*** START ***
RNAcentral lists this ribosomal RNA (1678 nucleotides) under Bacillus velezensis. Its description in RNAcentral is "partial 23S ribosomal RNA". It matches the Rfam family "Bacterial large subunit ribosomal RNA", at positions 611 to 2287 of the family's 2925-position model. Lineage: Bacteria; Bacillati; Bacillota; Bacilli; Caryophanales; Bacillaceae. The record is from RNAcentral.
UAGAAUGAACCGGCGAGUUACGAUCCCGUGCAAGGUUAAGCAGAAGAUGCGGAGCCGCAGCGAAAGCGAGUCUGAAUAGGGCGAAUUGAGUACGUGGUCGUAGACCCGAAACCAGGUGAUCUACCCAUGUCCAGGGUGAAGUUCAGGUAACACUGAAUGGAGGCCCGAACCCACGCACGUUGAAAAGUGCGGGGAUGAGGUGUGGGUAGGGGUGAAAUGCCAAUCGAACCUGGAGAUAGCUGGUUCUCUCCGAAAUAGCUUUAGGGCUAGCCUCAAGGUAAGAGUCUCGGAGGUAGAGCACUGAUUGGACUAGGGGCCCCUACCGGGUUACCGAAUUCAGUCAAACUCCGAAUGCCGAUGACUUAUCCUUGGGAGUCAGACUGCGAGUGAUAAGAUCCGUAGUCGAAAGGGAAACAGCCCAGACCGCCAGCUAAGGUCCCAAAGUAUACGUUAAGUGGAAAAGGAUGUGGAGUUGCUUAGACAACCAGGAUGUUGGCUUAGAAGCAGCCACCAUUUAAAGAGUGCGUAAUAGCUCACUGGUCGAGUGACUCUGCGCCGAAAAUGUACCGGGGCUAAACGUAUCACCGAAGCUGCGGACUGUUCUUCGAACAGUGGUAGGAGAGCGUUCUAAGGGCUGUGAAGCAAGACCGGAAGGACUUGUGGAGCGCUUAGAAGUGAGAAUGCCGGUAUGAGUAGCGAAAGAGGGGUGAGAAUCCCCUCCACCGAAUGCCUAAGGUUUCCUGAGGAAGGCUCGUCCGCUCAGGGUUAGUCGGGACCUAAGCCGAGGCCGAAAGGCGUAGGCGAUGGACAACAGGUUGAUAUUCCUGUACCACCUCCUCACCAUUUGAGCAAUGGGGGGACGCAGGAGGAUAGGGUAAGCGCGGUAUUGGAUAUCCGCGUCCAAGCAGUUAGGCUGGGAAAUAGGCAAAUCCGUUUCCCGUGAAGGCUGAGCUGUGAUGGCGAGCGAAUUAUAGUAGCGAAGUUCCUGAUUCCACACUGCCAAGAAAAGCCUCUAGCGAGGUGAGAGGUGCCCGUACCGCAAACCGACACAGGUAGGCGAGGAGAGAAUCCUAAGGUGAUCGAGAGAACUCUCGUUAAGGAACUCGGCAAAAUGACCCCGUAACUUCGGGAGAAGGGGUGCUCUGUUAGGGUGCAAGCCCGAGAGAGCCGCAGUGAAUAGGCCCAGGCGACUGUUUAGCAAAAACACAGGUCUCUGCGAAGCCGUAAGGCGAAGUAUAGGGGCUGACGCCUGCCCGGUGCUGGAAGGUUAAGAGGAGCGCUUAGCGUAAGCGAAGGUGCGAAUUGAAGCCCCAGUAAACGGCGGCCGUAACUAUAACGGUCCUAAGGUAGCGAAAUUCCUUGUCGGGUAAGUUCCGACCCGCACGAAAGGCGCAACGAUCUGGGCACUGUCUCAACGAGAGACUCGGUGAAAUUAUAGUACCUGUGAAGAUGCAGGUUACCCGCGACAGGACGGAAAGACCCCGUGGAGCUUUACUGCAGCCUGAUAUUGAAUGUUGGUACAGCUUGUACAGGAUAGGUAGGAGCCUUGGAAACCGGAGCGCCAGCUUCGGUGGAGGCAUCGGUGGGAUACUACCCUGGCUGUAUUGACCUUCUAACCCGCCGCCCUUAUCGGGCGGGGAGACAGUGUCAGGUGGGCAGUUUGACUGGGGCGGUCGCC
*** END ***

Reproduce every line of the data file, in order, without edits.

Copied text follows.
RNAcentral lists this ribosomal RNA (1678 nucleotides) under Bacillus velezensis. Its description in RNAcentral is "partial 23S ribosomal RNA". It matches the Rfam family "Bacterial large subunit ribosomal RNA", at positions 611 to 2287 of the family's 2925-position model. Lineage: Bacteria; Bacillati; Bacillota; Bacilli; Caryophanales; Bacillaceae. The record is from RNAcentral.
UAGAAUGAACCGGCGAGUUACGAUCCCGUGCAAGGUUAAGCAGAAGAUGCGGAGCCGCAGCGAAAGCGAGUCUGAAUAGGGCGAAUUGAGUACGUGGUCGUAGACCCGAAACCAGGUGAUCUACCCAUGUCCAGGGUGAAGUUCAGGUAACACUGAAUGGAGGCCCGAACCCACGCACGUUGAAAAGUGCGGGGAUGAGGUGUGGGUAGGGGUGAAAUGCCAAUCGAACCUGGAGAUAGCUGGUUCUCUCCGAAAUAGCUUUAGGGCUAGCCUCAAGGUAAGAGUCUCGGAGGUAGAGCACUGAUUGGACUAGGGGCCCCUACCGGGUUACCGAAUUCAGUCAAACUCCGAAUGCCGAUGACUUAUCCUUGGGAGUCAGACUGCGAGUGAUAAGAUCCGUAGUCGAAAGGGAAACAGCCCAGACCGCCAGCUAAGGUCCCAAAGUAUACGUUAAGUGGAAAAGGAUGUGGAGUUGCUUAGACAACCAGGAUGUUGGCUUAGAAGCAGCCACCAUUUAAAGAGUGCGUAAUAGCUCACUGGUCGAGUGACUCUGCGCCGAAAAUGUACCGGGGCUAAACGUAUCACCGAAGCUGCGGACUGUUCUUCGAACAGUGGUAGGAGAGCGUUCUAAGGGCUGUGAAGCAAGACCGGAAGGACUUGUGGAGCGCUUAGAAGUGAGAAUGCCGGUAUGAGUAGCGAAAGAGGGGUGAGAAUCCCCUCCACCGAAUGCCUAAGGUUUCCUGAGGAAGGCUCGUCCGCUCAGGGUUAGUCGGGACCUAAGCCGAGGCCGAAAGGCGUAGGCGAUGGACAACAGGUUGAUAUUCCUGUACCACCUCCUCACCAUUUGAGCAAUGGGGGGACGCAGGAGGAUAGGGUAAGCGCGGUAUUGGAUAUCCGCGUCCAAGCAGUUAGGCUGGGAAAUAGGCAAAUCCGUUUCCCGUGAAGGCUGAGCUGUGAUGGCGAGCGAAUUAUAGUAGCGAAGUUCCUGAUUCCACACUGCCAAGAAAAGCCUCUAGCGAGGUGAGAGGUGCCCGUACCGCAAACCGACACAGGUAGGCGAGGAGAGAAUCCUAAGGUGAUCGAGAGAACUCUCGUUAAGGAACUCGGCAAAAUGACCCCGUAACUUCGGGAGAAGGGGUGCUCUGUUAGGGUGCAAGCCCGAGAGAGCCGCAGUGAAUAGGCCCAGGCGACUGUUUAGCAAAAACACAGGUCUCUGCGAAGCCGUAAGGCGAAGUAUAGGGGCUGACGCCUGCCCGGUGCUGGAAGGUUAAGAGGAGCGCUUAGCGUAAGCGAAGGUGCGAAUUGAAGCCCCAGUAAACGGCGGCCGUAACUAUAACGGUCCUAAGGUAGCGAAAUUCCUUGUCGGGUAAGUUCCGACCCGCACGAAAGGCGCAACGAUCUGGGCACUGUCUCAACGAGAGACUCGGUGAAAUUAUAGUACCUGUGAAGAUGCAGGUUACCCGCGACAGGACGGAAAGACCCCGUGGAGCUUUACUGCAGCCUGAUAUUGAAUGUUGGUACAGCUUGUACAGGAUAGGUAGGAGCCUUGGAAACCGGAGCGCCAGCUUCGGUGGAGGCAUCGGUGGGAUACUACCCUGGCUGUAUUGACCUUCUAACCCGCCGCCCUUAUCGGGCGGGGAGACAGUGUCAGGUGGGCAGUUUGACUGGGGCGGUCGCC